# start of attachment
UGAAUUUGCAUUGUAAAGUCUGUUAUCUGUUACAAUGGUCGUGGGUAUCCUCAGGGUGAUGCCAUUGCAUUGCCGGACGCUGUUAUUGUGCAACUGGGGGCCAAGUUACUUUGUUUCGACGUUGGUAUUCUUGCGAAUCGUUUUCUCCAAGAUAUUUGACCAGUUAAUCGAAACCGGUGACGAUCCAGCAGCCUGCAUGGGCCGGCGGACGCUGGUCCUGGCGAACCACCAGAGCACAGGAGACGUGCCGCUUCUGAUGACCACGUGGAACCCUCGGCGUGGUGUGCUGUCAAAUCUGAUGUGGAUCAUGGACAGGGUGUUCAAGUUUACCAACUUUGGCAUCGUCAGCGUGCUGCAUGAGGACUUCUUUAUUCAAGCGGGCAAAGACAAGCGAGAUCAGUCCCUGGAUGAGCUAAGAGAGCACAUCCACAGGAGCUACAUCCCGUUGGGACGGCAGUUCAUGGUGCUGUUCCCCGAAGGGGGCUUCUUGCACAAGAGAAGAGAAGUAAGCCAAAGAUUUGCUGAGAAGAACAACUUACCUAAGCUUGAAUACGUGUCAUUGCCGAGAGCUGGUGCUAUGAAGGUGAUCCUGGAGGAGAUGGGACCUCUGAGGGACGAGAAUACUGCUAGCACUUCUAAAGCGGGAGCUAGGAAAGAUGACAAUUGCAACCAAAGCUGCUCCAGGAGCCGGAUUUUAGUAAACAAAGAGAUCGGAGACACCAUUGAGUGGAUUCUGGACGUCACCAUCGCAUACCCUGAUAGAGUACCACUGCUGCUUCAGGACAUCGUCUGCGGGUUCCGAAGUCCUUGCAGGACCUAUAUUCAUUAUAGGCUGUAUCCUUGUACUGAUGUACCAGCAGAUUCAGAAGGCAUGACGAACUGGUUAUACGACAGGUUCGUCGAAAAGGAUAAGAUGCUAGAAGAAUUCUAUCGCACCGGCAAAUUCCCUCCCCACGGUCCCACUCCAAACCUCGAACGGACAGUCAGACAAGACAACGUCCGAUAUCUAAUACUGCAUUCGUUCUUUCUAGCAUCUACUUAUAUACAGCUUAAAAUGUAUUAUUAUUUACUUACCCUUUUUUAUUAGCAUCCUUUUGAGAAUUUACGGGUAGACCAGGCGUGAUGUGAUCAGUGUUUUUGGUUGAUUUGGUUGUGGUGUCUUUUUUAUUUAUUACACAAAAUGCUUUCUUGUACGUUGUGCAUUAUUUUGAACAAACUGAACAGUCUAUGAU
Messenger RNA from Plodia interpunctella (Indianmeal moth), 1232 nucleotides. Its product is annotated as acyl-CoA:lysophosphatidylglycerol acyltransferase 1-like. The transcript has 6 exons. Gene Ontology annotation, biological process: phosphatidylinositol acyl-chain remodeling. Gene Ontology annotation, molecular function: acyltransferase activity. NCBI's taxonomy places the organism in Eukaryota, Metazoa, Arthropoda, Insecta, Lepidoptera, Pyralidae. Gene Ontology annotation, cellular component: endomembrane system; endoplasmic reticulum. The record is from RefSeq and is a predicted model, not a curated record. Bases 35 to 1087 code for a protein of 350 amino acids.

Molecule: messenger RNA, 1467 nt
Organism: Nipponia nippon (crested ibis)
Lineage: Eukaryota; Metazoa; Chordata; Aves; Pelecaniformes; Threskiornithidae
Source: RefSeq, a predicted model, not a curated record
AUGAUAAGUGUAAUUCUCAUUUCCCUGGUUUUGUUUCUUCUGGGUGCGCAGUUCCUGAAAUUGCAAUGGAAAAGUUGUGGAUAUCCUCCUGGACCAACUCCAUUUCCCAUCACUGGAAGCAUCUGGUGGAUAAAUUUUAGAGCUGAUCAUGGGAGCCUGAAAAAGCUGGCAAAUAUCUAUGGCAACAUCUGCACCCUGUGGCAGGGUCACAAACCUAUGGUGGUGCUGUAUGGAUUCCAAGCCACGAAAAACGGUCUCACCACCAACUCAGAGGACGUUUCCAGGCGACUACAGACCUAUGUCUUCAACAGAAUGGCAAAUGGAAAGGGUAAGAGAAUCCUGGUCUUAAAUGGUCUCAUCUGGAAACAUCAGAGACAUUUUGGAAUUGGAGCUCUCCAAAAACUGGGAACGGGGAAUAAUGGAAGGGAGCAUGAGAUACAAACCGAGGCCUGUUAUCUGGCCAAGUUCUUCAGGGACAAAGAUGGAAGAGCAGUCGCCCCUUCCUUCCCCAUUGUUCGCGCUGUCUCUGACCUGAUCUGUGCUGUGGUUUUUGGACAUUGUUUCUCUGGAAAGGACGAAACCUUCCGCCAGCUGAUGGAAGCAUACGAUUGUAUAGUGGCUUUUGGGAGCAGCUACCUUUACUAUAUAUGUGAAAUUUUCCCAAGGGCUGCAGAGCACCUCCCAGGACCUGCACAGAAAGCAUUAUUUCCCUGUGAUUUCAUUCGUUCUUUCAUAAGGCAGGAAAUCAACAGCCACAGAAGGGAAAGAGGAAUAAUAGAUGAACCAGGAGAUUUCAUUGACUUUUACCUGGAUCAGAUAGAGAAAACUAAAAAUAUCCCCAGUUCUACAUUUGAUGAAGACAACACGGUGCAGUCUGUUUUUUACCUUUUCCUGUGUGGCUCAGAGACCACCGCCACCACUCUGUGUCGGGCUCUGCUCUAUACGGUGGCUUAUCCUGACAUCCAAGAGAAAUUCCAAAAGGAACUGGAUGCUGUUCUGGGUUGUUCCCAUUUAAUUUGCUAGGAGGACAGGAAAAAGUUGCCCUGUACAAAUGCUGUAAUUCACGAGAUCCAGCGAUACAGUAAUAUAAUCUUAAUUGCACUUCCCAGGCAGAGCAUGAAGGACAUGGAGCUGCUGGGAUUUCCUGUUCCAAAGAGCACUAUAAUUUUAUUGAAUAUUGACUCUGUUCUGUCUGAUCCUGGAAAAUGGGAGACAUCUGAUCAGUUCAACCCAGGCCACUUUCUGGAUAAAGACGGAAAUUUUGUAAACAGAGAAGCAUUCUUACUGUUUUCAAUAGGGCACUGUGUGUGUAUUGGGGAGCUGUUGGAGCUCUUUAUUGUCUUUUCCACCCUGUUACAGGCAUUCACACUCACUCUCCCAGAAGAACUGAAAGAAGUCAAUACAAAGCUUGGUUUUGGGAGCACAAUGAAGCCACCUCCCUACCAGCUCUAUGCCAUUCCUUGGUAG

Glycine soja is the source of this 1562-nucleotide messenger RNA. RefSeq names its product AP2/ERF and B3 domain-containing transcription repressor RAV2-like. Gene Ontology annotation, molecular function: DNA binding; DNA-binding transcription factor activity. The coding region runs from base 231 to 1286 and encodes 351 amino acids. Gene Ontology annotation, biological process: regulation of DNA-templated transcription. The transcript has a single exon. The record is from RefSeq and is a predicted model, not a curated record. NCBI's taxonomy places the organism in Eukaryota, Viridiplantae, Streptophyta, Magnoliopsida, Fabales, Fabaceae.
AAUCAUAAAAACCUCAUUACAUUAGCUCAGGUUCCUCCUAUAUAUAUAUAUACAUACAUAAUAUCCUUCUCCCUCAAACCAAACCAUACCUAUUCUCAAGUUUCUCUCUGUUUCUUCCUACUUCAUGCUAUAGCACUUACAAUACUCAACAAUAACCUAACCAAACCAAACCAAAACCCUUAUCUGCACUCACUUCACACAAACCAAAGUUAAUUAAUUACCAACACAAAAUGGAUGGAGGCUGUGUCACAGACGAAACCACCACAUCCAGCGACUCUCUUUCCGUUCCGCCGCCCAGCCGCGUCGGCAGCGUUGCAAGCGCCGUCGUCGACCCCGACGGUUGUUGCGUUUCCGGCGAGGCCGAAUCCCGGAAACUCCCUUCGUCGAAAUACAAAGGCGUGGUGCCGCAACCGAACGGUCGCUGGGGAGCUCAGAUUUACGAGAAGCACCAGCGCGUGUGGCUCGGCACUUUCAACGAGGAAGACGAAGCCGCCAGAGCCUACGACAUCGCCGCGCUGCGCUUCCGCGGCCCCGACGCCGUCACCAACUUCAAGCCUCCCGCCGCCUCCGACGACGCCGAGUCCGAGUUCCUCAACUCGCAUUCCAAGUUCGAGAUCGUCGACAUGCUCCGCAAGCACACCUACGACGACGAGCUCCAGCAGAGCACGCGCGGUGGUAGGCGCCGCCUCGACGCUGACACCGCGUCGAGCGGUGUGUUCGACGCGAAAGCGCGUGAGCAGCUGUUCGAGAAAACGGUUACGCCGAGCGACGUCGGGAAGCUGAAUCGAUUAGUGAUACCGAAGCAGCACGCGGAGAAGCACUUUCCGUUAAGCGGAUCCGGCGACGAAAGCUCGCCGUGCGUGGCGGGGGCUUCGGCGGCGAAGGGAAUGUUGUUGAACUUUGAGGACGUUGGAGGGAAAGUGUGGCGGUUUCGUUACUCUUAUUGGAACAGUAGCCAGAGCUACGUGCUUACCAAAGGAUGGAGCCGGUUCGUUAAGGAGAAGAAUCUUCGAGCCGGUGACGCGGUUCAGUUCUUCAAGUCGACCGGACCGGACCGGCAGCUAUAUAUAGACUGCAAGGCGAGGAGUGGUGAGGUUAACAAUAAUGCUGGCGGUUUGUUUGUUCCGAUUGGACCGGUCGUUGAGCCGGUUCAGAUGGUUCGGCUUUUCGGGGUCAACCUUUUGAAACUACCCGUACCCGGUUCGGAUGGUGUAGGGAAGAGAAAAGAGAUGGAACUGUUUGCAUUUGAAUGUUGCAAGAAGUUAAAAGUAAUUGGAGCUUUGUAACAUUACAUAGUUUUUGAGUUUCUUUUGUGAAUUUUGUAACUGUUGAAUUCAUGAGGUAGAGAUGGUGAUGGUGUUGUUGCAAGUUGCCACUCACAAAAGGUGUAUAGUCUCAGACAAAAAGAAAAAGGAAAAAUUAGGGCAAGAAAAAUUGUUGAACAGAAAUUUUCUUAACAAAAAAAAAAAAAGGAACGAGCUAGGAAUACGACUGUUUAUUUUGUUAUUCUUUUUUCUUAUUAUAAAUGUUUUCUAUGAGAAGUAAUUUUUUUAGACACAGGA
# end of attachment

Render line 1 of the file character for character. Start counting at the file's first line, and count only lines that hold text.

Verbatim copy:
UGAAUUUGCAUUGUAAAGUCUGUUAUCUGUUACAAUGGUCGUGGGUAUCCUCAGGGUGAUGCCAUUGCAUUGCCGGACGCUGUUAUUGUGCAACUGGGGGCCAAGUUACUUUGUUUCGACGUUGGUAUUCUUGCGAAUCGUUUUCUCCAAGAUAUUUGACCAGUUAAUCGAAACCGGUGACGAUCCAGCAGCCUGCAUGGGCCGGCGGACGCUGGUCCUGGCGAACCACCAGAGCACAGGAGACGUGCCGCUUCUGAUGACCACGUGGAACCCUCGGCGUGGUGUGCUGUCAAAUCUGAUGUGGAUCAUGGACAGGGUGUUCAAGUUUACCAACUUUGGCAUCGUCAGCGUGCUGCAUGAGGACUUCUUUAUUCAAGCGGGCAAAGACAAGCGAGAUCAGUCCCUGGAUGAGCUAAGAGAGCACAUCCACAGGAGCUACAUCCCGUUGGGACGGCAGUUCAUGGUGCUGUUCCCCGAAGGGGGCUUCUUGCACAAGAGAAGAGAAGUAAGCCAAAGAUUUGCUGAGAAGAACAACUUACCUAAGCUUGAAUACGUGUCAUUGCCGAGAGCUGGUGCUAUGAAGGUGAUCCUGGAGGAGAUGGGACCUCUGAGGGACGAGAAUACUGCUAGCACUUCUAAAGCGGGAGCUAGGAAAGAUGACAAUUGCAACCAAAGCUGCUCCAGGAGCCGGAUUUUAGUAAACAAAGAGAUCGGAGACACCAUUGAGUGGAUUCUGGACGUCACCAUCGCAUACCCUGAUAGAGUACCACUGCUGCUUCAGGACAUCGUCUGCGGGUUCCGAAGUCCUUGCAGGACCUAUAUUCAUUAUAGGCUGUAUCCUUGUACUGAUGUACCAGCAGAUUCAGAAGGCAUGACGAACUGGUUAUACGACAGGUUCGUCGAAAAGGAUAAGAUGCUAGAAGAAUUCUAUCGCACCGGCAAAUUCCCUCCCCACGGUCCCACUCCAAACCUCGAACGGACAGUCAGACAAGACAACGUCCGAUAUCUAAUACUGCAUUCGUUCUUUCUAGCAUCUACUUAUAUACAGCUUAAAAUGUAUUAUUAUUUACUUACCCUUUUUUAUUAGCAUCCUUUUGAGAAUUUACGGGUAGACCAGGCGUGAUGUGAUCAGUGUUUUUGGUUGAUUUGGUUGUGGUGUCUUUUUUAUUUAUUACACAAAAUGCUUUCUUGUACGUUGUGCAUUAUUUUGAACAAACUGAACAGUCUAUGAU